Video | Agriculture | Confidence | Economy | Energy | Employment | Finance | Media | Property | RBNZ | Science | SOEs | Tax | Technology | Telecoms | Tourism | Transport | Search


Southern Cross posts $1.1 mln loss after unexpected claims

Southern Cross posts $1.1 million loss after unexpected claim costs

By Fiona Rotherham

Sept. 15 (BusinessDesk) - Southern Cross Medical Care Society, New Zealand's largest medical and health insurer, has recorded a $1.1 million annual loss after higher than expected claims from members.

The not-for-profit insurer's annual report for the June 2014 financial year showed a record $694.5 million claims were paid out, up 8.7 per cent on the previous year and that led to a turnaround from last year's $22,106 surplus to a $1.1 million loss.

Society chairman Graeme Hawkins said there was an unexpected increase in claims in the last four months of the financial year, particularly for orthopaedic procedures and specialist consultations.

"Although the society is not concerned with generating profit, the continuing rise in claims cost is of concern because it directly impacts the premiums of our members," Hawkins said.

The society earned $768.4 million in premiums, up 5.9 per cent on the previous year, while overheads were slightly reduced by $700,000 to $93.5 million.

For every dollar in premium income, the society paid out 90.4 cents to members, well above the industry average of 67.5 cents. Membership also declined but in line with the industry trend to 815,447 members, down 0.3 per cent on 2013. Still, the society continues to have strong reserves of $394.3 million, equivalent to about seven months in claims.

Society chief executive Peter Tynan said the society's affiliated providers programme was a key way of helping mitigate the impact of rising treatment costs. Begun in 1997, the programme now involves over 1,000 providers who seek prior approval and handle claims on behalf of members.

Around 34 per cent of all Southern Cross claims now come under the programme and the aim is to grow that to 60 per cent by 2016. Ten new procedures that would be covered by affiliated providers only were added this year and more will come this year, Tynan said.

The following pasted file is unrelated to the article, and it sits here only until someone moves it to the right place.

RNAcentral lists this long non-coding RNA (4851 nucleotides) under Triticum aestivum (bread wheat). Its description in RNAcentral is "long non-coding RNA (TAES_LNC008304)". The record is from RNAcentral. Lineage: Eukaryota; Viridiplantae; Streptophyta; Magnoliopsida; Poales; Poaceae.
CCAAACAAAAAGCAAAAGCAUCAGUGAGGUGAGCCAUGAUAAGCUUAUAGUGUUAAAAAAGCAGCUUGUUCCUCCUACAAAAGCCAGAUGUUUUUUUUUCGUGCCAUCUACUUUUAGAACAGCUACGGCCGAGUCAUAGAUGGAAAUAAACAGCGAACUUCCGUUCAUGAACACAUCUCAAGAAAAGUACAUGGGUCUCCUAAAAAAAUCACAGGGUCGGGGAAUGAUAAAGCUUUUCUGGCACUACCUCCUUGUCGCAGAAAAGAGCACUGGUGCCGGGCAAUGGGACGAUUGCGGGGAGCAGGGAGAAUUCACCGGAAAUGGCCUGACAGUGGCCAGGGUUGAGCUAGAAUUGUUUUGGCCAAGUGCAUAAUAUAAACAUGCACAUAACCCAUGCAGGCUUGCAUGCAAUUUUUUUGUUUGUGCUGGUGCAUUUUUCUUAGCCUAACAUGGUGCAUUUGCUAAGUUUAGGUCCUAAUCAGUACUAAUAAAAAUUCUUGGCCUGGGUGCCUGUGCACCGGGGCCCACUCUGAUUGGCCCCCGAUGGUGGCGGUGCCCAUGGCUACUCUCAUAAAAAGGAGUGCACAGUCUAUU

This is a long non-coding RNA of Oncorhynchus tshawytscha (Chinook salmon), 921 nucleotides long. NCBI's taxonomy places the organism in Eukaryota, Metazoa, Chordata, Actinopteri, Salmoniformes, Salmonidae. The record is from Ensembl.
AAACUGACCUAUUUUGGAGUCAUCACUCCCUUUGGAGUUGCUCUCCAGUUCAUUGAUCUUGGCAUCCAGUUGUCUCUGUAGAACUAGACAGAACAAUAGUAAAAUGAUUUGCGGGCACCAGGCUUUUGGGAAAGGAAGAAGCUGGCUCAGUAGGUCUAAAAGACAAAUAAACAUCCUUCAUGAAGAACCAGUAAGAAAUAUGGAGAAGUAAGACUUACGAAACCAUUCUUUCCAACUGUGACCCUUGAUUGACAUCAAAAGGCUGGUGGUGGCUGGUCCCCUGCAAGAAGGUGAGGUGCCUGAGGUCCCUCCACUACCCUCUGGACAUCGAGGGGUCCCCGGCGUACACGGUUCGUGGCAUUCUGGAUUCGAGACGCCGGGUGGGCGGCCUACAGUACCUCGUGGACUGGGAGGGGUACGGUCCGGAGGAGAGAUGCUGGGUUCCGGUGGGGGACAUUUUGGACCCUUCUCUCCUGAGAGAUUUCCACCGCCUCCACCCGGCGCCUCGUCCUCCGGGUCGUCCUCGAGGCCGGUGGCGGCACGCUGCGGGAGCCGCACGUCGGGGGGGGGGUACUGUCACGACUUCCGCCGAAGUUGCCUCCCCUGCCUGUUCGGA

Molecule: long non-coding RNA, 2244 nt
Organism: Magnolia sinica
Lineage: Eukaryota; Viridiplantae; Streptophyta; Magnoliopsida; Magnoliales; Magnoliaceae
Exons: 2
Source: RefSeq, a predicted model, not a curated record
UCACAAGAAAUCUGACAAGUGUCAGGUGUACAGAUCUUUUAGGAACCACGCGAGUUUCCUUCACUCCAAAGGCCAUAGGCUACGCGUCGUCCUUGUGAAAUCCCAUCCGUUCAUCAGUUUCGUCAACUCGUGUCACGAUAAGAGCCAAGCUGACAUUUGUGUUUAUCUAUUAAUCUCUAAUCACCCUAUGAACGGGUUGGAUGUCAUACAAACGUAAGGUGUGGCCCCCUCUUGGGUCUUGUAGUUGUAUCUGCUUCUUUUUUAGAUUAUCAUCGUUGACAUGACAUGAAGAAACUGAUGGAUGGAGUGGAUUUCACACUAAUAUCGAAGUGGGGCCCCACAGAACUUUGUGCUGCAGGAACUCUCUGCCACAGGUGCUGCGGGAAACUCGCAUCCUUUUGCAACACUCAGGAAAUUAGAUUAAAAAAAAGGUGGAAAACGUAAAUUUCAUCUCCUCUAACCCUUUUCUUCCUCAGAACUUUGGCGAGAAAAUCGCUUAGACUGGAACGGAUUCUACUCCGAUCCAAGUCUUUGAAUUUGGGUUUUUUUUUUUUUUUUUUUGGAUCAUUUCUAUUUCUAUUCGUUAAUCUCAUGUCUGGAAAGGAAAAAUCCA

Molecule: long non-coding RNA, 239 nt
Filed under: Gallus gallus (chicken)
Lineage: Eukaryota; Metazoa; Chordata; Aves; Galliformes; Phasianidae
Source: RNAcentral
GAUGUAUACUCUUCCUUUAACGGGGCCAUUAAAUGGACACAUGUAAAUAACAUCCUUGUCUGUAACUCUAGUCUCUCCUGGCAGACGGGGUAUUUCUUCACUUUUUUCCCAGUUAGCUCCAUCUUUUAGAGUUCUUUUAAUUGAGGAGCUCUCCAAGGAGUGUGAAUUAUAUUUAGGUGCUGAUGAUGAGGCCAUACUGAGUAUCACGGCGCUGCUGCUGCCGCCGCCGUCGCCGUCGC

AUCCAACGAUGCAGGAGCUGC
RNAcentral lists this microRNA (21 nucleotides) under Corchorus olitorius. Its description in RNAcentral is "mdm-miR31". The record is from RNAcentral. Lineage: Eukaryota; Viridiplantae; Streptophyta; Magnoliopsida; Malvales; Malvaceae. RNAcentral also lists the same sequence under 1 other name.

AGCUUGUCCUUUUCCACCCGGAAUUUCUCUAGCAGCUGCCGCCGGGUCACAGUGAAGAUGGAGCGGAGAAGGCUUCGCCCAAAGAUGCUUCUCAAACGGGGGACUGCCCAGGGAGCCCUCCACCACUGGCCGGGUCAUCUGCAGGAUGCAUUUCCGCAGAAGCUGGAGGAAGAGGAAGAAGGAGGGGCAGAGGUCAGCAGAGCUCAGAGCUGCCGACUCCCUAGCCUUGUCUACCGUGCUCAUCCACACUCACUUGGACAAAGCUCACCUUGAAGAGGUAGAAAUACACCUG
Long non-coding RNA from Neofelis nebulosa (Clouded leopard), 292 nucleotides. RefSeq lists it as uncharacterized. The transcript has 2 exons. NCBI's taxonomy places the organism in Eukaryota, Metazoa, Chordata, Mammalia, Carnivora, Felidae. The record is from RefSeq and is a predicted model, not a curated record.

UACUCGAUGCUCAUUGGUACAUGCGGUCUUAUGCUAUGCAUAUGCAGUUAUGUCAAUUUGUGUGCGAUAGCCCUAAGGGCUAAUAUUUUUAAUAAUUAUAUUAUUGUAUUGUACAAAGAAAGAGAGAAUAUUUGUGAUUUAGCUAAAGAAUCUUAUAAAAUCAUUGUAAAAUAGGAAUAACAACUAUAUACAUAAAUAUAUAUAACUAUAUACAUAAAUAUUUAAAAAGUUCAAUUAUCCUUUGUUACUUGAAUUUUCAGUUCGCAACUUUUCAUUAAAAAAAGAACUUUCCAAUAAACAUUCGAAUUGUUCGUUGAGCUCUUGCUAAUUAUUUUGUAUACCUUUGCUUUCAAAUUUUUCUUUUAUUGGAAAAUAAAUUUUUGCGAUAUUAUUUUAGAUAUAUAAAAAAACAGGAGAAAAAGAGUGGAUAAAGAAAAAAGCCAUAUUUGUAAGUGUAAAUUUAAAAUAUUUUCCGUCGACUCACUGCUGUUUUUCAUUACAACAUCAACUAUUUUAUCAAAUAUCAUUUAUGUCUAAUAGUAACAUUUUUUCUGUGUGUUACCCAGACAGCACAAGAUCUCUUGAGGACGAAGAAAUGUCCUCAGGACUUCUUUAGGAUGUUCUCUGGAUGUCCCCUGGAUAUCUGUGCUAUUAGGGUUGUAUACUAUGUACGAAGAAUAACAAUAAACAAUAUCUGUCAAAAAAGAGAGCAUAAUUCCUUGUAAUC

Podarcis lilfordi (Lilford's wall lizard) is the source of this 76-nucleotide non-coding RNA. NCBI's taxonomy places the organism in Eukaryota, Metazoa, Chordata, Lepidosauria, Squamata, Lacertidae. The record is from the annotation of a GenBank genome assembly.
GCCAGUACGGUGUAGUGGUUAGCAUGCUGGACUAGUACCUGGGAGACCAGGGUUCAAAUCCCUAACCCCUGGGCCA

There is resistance to the programme, now being copied by other industry providers, as it restrains the fees they can charge and locks out those that won't agree.

Southern Cross is the industry heavyweight covering 61 per cent of New Zealanders with health insurance and pays out 72 per cent of all health insurance claims.

Other tools for reducing costs include restricting new medical technology and procedures unless there is clear clinical benefit and also working with members who have been denied funding for accident or injury treatment by ACC. Tynan said the society helped 319 members challenge Accident Compensation Corp in the past financial year, leading to cost recovery of $1.7 million.

The society was also refunded a further $2.8 million for health services payments it had paid out that should have been covered by ACC.


© Scoop Media

Business Headlines | Sci-Tech Headlines


Real Estate: Foreign Buyers Ban Passes Third Reading

The Bill to put in place the Government’s policy of banning overseas buyers of existing homes has passed its third and final reading in the House. More>>


Nine Merger: Fairfax Slashes Value Of NZ Business

Fairfax Media Group more than halved the value of its Kiwi assets, attaching just A$40 million to mastheads that were once the core of a billion dollar investment. More>>

Collecting Scalpers: Commerce Commission To Sue Viagogo

The Commission will claim that Viagogo made false or misleading representations: • that it was an “official” seller, when it was not • that tickets were limited or about to sell out • that consumers were “guaranteed” to receive valid tickets for their event • about the price of tickets... More>>


Price Of Cheese: Fonterra CEO Goes Early After Milk Price Trimmed

Aug. 15 (BusinessDesk) - Fonterra Cooperative Group chief executive Theo Spierings is leaving the role early after the world's biggest dairy exporter lowered its farmgate payout and trimmed its dividend to retain cash. More>>